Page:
“Shakespeare Insults” is one of the most popular Shakespeare-related topics out there. The problem is that most of those sites are, in fact, just random phrase generators that result in funny-sounding insults that never actually were used in Shakespeare’s works.
Shakespeare is well-known for his sharp wit and clever insults, which have become iconic in popular culture. Some of his funniest and most memorable insults include lines like “Thou art a boil, a plague sore, an embossed carbuncle in my corrupted blood” from King Lear and “I do desire we may be better strangers” from As You Like It. Other memorable insults include “Thou art a flesh-monger, a fool and a coward” from Measure for Measure, and “Thou art a natural coward without instinct” from Henry IV, Part 1. Shakespeare’s insults were often used to mock and ridicule characters who were seen as foolish, vain, or cowardly, and they have since become a hallmark of his plays, adding humor and entertainment to the already rich and complex narratives.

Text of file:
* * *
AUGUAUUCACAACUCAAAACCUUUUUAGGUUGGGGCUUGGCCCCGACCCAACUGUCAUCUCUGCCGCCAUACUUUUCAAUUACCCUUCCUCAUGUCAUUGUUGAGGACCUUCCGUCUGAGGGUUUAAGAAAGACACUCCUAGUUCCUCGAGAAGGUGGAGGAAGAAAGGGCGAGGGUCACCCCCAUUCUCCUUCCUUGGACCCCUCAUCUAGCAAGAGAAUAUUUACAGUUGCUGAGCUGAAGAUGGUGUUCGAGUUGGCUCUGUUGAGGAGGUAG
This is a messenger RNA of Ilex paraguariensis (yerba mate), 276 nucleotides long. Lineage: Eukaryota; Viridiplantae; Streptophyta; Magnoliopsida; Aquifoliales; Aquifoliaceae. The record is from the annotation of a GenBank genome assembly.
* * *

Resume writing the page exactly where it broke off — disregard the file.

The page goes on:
Last night during Othello, I heard one that I don’t think I can call an insult, but it certainly goes under the banner of good “smack talk”. Othello is listening to Cassio talk about Desdemona (so he thinks). Where Cassio cannot hear him, Othello says, “O, I see that nose of yours, but not that dog I shall throw it to.” Nice! Who talks the best game in the works of Shakespeare?